Please take a few minutes to read one physician’s experience from last week’s evacuation at Bellevue Hospital. I am so proud of my department (Psychiatry) and his description of 3 key players below brought tears to my eyes because I worked with all of them this past week and he hit it right on the money.
…the psychiatric administrators and staff worked furiously and tirelessly to get patients discharged or transferred, even before an official evacuation order came from the Mayor’s Office. I remember seeing the head nurse of the psychiatric emergency room show up in a bright red dress, bright red lipstick, and a determined look on her face. Everyone knew (more than even usual) to stay out of her way unless she had something for you to do. I swear I saw Bellevue’s director of psychiatry every time I turned around, her demeanor somehow as sweet and openly caring as ever. I worry that the pregnant director of consultation liaison psychiatry did not leave or even rest for days as she helped to coordinate the safe transfer of hundreds of patients who could not be safely discharged.As the storm raged outside, I sat in my relatively unscathed apartment and neighborhood in Williamsburg, Brooklyn watching and reading in horror as one catastrophe after another fell upon the medical center where I had…
Be nice to people who work at Bellevue, things got worse than this.
Excellent piece in the HuffPo by my friend Cathy Erway [of (among other things) Not Eating Out in New York fame], on Paula Deen’s recent announcement of her three-year-old diabetes diagnosis. I know it is asking Deen to live up to a higher moral standard than most, but when you are a public figure that makes a living demonstrating to millions your favored methods of cooking, and those methods are known to be of great detriment to your health as well as the health of the masses…you look like a fool to hide behind your network (and now pharmaceutical) sponsors instead of admitting that it’s time to make serious lifestyle changes.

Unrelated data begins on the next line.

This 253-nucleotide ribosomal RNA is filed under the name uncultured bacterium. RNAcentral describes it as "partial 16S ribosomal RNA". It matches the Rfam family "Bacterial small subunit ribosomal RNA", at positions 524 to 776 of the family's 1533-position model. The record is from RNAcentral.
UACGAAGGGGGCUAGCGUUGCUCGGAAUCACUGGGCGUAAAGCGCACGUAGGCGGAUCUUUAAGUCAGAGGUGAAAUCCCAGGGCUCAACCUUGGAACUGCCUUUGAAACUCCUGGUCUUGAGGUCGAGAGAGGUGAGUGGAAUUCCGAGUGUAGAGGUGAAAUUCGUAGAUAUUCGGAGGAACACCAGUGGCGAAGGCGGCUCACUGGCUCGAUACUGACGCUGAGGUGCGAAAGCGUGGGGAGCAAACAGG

“I see a great missed opportunity for healthy food initiatives, organizations, and the general public in Deen’s failure to publicly recognize the errs of her gluttonous ways and perhaps partner with them instead. But that doesn’t mean it has to be everyone’s. It means we need more standing up in — okay, a reactionary — unison, and demanding good food in television and best-selling cookbooks as well as on the shelves.” – Cathy Erway
For the gleaners: the more food that is in front of you, the more you will eat. Understand appropriate portion size, (e.g. 1.5 oz of cheese is the size of a 9V battery) and try to keep healthier foods around you so when you do reach for a snack it won’t be as detrimental to your waistline.